Not even sitting in the dark for more than three weeks will push the hands of Mabopane residents to pay a hefty reconnection fee.
Eskom is asking for R6 000 per household.
The ailing power utility told City Press that electricity disconnections in the Mabopane neighbourhoods, including Slovoville, were as a result of poor payment levels and the increased rate of network equipment failures.
Resident Kagiso Mabunda told City Press that while he and his neighbours were desperate for electricity, he could not part with money he did not have.
For Mabunda, a fresh slate with new prepaid metres would be the ideal outcome.
“There are people who, due to Eskom’s failure to maintain electricity structures, have not been able to load electricity.
“I am unable to pay this amount. Start afresh, install proper infrastructure and new prepaid metre boxes and then take it from there.”
The 32-year-old told City Press that on Tuesday, community members issued residents with forms to sign to make payment arrangements. Residents were also told that they would need to pay an initial amount of R500 - an arrangement that Eskom confirmed.
According to Eskom, individuals who are found to have tampered with their metres are identified during the power utility’s audit and issued with the reconnection fee of R6 052.60.
“Eskom has engaged with the customers on the process and deferred payment arrangement where they [customers] are encouraged to enter into a six-month payment arrangement to settle the reconnection charge of R6 052.60.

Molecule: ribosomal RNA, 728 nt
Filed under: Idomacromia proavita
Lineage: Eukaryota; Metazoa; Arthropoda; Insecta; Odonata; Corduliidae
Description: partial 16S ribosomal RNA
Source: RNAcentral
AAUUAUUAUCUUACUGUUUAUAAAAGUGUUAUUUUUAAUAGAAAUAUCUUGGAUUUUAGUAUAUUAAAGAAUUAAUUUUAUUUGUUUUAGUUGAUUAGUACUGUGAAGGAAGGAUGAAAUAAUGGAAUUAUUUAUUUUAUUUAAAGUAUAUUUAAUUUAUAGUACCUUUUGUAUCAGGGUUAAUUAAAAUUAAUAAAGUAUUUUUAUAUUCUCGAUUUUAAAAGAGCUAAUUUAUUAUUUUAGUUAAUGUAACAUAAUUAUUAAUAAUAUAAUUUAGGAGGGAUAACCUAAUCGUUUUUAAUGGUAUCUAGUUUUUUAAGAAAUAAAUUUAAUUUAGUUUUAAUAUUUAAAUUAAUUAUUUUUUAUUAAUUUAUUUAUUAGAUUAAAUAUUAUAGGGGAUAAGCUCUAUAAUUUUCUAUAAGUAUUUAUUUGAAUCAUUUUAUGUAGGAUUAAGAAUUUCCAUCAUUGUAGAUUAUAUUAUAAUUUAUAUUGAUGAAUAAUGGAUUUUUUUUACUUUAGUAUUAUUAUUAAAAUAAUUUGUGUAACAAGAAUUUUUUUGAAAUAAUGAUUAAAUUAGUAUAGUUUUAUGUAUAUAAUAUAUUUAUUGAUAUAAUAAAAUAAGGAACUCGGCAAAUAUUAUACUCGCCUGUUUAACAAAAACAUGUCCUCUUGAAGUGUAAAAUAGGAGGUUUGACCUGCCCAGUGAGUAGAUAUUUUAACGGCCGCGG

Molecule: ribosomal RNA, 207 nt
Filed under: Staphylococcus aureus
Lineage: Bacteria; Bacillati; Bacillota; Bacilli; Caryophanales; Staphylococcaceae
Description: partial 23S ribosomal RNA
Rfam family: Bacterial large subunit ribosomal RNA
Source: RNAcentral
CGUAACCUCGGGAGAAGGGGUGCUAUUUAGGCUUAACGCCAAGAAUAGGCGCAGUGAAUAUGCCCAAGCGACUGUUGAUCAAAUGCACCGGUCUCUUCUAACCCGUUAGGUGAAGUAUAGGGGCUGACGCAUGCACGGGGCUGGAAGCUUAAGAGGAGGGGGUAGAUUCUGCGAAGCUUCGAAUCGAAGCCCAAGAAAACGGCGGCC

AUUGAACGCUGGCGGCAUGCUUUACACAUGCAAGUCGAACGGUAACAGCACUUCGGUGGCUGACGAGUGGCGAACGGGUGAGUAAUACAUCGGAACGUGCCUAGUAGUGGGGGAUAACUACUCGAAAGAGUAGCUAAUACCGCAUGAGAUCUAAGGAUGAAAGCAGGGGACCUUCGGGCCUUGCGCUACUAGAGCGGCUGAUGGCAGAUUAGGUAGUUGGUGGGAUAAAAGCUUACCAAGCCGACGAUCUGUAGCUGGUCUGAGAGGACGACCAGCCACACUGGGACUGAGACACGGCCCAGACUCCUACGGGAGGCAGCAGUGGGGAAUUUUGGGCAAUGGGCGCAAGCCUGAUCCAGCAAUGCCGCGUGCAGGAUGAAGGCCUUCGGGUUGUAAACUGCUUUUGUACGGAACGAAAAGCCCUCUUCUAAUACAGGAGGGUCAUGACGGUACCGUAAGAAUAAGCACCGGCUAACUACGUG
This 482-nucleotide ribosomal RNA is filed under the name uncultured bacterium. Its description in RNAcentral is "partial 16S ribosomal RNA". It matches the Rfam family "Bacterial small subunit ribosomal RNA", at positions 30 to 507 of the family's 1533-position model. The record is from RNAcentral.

The disconnection process will be effected should customers not honour the payment arrangement.
However, for Amos Msiza, whose mother’s house in Slovo went up in flames and was almost completely destroyed, this was not an option.
Msiza, who lives about 20 minutes from his 78-year-old mother, explained how she and his youngest brother who suffers from a mental illness had been left distraught after a fire engulfed their home on the evening of March 26.
“Of course this is as a result of the disconnection of electricity. Had there been power, there wouldn't have been a need for a candle,” he told City Press.
The kitchen and bedroom had been completely destroyed in the blaze.
“How can I trust she will be safe without electricity? They stay with a woman who assists them but anything can happen.”
Some residents, including 48-year-old Simphiwe Majola, believe officials only care about money instead of serving citizens.
“Our living conditions are already dire and they are pushing us further into a slump. We are willing to pay, but not all of us have the money.
“How can I sign something whereas I know I do not have the money to do what is required as per the document?
“We saw the amount of R6 000 and were taken aback. Then, we were told that we could pay R500 upfront, and I am sure they though that this was better, but we simply do not have the money.”
Echoing Mabunda’s sentiment, Majola lambasted the power utility, saying it had to take some responsibility for what had happened.
“They have been neglectful and now come with a blanket approach where they just simply disconnect electricity. They should have taken charge of the situation before it got to a point where they are now demanding exorbitant amounts from the poor. We are an unequal society,” he said, adding that some might be able to afford while others could not due to their socioeconomic standings.
Eskom said a desktop audit was conducted in these areas and it was found that less than 51% of both conventional and prepaid customers were paying for their electricity usage.